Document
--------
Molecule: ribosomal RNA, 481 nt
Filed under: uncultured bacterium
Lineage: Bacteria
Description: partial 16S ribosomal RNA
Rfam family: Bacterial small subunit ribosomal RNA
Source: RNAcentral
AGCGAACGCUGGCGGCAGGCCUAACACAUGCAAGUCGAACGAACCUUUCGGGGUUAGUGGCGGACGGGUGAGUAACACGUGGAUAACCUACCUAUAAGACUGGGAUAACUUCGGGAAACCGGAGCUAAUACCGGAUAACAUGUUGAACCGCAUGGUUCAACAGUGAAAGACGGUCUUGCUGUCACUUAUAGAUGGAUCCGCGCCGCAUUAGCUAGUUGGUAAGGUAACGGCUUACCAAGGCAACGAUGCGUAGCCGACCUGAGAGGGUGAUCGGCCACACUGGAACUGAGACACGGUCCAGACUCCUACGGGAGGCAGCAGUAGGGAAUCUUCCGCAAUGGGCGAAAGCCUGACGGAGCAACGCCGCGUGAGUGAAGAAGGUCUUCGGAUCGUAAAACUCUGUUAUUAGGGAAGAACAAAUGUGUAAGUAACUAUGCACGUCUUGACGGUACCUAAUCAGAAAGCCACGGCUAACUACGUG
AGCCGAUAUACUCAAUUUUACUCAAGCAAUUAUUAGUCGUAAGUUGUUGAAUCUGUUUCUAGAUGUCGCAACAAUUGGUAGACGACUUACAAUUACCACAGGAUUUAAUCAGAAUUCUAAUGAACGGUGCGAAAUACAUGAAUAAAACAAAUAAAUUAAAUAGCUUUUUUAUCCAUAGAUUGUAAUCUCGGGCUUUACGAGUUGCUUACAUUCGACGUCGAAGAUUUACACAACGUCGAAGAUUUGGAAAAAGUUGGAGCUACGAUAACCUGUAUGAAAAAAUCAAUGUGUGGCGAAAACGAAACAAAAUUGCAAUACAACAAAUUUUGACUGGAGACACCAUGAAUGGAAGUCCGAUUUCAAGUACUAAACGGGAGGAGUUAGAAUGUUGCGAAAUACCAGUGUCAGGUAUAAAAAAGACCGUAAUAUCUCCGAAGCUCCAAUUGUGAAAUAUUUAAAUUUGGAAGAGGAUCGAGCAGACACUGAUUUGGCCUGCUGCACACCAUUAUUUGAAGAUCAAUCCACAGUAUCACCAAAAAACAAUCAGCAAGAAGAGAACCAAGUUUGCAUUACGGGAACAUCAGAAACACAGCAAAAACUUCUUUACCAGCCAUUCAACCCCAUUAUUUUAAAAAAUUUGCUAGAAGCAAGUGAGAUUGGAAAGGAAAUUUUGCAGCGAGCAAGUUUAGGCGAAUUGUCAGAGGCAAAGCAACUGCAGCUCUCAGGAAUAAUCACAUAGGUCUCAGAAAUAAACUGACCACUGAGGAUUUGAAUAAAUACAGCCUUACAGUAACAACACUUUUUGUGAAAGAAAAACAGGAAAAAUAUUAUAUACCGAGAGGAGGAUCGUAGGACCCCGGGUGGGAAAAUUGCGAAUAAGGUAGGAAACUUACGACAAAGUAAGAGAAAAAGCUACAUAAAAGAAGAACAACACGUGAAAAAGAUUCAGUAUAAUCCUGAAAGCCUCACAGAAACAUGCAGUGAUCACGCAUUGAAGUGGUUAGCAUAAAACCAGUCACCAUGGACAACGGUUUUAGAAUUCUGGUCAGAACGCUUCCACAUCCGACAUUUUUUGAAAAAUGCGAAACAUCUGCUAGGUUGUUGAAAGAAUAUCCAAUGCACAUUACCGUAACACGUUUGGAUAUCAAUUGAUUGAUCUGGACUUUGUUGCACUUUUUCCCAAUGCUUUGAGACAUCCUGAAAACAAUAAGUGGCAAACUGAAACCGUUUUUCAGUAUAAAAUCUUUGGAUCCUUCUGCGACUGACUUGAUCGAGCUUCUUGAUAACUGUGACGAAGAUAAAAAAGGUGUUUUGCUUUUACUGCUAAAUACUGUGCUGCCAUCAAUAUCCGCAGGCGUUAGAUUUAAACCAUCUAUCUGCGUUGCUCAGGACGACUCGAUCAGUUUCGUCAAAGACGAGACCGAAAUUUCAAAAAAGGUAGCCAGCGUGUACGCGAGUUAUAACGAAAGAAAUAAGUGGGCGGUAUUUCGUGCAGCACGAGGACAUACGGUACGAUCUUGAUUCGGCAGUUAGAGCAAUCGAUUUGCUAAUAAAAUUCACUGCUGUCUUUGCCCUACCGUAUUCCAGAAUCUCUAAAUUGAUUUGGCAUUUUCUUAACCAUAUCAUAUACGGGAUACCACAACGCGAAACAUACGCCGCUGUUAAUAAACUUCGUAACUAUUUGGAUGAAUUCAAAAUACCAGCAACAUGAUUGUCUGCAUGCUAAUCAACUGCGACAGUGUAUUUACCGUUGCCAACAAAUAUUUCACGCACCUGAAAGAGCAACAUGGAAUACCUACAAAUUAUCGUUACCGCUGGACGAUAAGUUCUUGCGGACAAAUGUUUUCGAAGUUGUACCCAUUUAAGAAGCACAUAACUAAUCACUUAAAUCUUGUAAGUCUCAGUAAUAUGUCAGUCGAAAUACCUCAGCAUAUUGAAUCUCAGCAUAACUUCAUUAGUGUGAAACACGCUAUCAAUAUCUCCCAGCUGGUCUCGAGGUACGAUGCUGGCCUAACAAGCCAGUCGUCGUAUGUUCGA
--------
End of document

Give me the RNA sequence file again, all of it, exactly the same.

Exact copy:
Molecule: ribosomal RNA, 481 nt
Filed under: uncultured bacterium
Lineage: Bacteria
Description: partial 16S ribosomal RNA
Rfam family: Bacterial small subunit ribosomal RNA
Source: RNAcentral
AGCGAACGCUGGCGGCAGGCCUAACACAUGCAAGUCGAACGAACCUUUCGGGGUUAGUGGCGGACGGGUGAGUAACACGUGGAUAACCUACCUAUAAGACUGGGAUAACUUCGGGAAACCGGAGCUAAUACCGGAUAACAUGUUGAACCGCAUGGUUCAACAGUGAAAGACGGUCUUGCUGUCACUUAUAGAUGGAUCCGCGCCGCAUUAGCUAGUUGGUAAGGUAACGGCUUACCAAGGCAACGAUGCGUAGCCGACCUGAGAGGGUGAUCGGCCACACUGGAACUGAGACACGGUCCAGACUCCUACGGGAGGCAGCAGUAGGGAAUCUUCCGCAAUGGGCGAAAGCCUGACGGAGCAACGCCGCGUGAGUGAAGAAGGUCUUCGGAUCGUAAAACUCUGUUAUUAGGGAAGAACAAAUGUGUAAGUAACUAUGCACGUCUUGACGGUACCUAAUCAGAAAGCCACGGCUAACUACGUG
AGCCGAUAUACUCAAUUUUACUCAAGCAAUUAUUAGUCGUAAGUUGUUGAAUCUGUUUCUAGAUGUCGCAACAAUUGGUAGACGACUUACAAUUACCACAGGAUUUAAUCAGAAUUCUAAUGAACGGUGCGAAAUACAUGAAUAAAACAAAUAAAUUAAAUAGCUUUUUUAUCCAUAGAUUGUAAUCUCGGGCUUUACGAGUUGCUUACAUUCGACGUCGAAGAUUUACACAACGUCGAAGAUUUGGAAAAAGUUGGAGCUACGAUAACCUGUAUGAAAAAAUCAAUGUGUGGCGAAAACGAAACAAAAUUGCAAUACAACAAAUUUUGACUGGAGACACCAUGAAUGGAAGUCCGAUUUCAAGUACUAAACGGGAGGAGUUAGAAUGUUGCGAAAUACCAGUGUCAGGUAUAAAAAAGACCGUAAUAUCUCCGAAGCUCCAAUUGUGAAAUAUUUAAAUUUGGAAGAGGAUCGAGCAGACACUGAUUUGGCCUGCUGCACACCAUUAUUUGAAGAUCAAUCCACAGUAUCACCAAAAAACAAUCAGCAAGAAGAGAACCAAGUUUGCAUUACGGGAACAUCAGAAACACAGCAAAAACUUCUUUACCAGCCAUUCAACCCCAUUAUUUUAAAAAAUUUGCUAGAAGCAAGUGAGAUUGGAAAGGAAAUUUUGCAGCGAGCAAGUUUAGGCGAAUUGUCAGAGGCAAAGCAACUGCAGCUCUCAGGAAUAAUCACAUAGGUCUCAGAAAUAAACUGACCACUGAGGAUUUGAAUAAAUACAGCCUUACAGUAACAACACUUUUUGUGAAAGAAAAACAGGAAAAAUAUUAUAUACCGAGAGGAGGAUCGUAGGACCCCGGGUGGGAAAAUUGCGAAUAAGGUAGGAAACUUACGACAAAGUAAGAGAAAAAGCUACAUAAAAGAAGAACAACACGUGAAAAAGAUUCAGUAUAAUCCUGAAAGCCUCACAGAAACAUGCAGUGAUCACGCAUUGAAGUGGUUAGCAUAAAACCAGUCACCAUGGACAACGGUUUUAGAAUUCUGGUCAGAACGCUUCCACAUCCGACAUUUUUUGAAAAAUGCGAAACAUCUGCUAGGUUGUUGAAAGAAUAUCCAAUGCACAUUACCGUAACACGUUUGGAUAUCAAUUGAUUGAUCUGGACUUUGUUGCACUUUUUCCCAAUGCUUUGAGACAUCCUGAAAACAAUAAGUGGCAAACUGAAACCGUUUUUCAGUAUAAAAUCUUUGGAUCCUUCUGCGACUGACUUGAUCGAGCUUCUUGAUAACUGUGACGAAGAUAAAAAAGGUGUUUUGCUUUUACUGCUAAAUACUGUGCUGCCAUCAAUAUCCGCAGGCGUUAGAUUUAAACCAUCUAUCUGCGUUGCUCAGGACGACUCGAUCAGUUUCGUCAAAGACGAGACCGAAAUUUCAAAAAAGGUAGCCAGCGUGUACGCGAGUUAUAACGAAAGAAAUAAGUGGGCGGUAUUUCGUGCAGCACGAGGACAUACGGUACGAUCUUGAUUCGGCAGUUAGAGCAAUCGAUUUGCUAAUAAAAUUCACUGCUGUCUUUGCCCUACCGUAUUCCAGAAUCUCUAAAUUGAUUUGGCAUUUUCUUAACCAUAUCAUAUACGGGAUACCACAACGCGAAACAUACGCCGCUGUUAAUAAACUUCGUAACUAUUUGGAUGAAUUCAAAAUACCAGCAACAUGAUUGUCUGCAUGCUAAUCAACUGCGACAGUGUAUUUACCGUUGCCAACAAAUAUUUCACGCACCUGAAAGAGCAACAUGGAAUACCUACAAAUUAUCGUUACCGCUGGACGAUAAGUUCUUGCGGACAAAUGUUUUCGAAGUUGUACCCAUUUAAGAAGCACAUAACUAAUCACUUAAAUCUUGUAAGUCUCAGUAAUAUGUCAGUCGAAAUACCUCAGCAUAUUGAAUCUCAGCAUAACUUCAUUAGUGUGAAACACGCUAUCAAUAUCUCCCAGCUGGUCUCGAGGUACGAUGCUGGCCUAACAAGCCAGUCGUCGUAUGUUCGA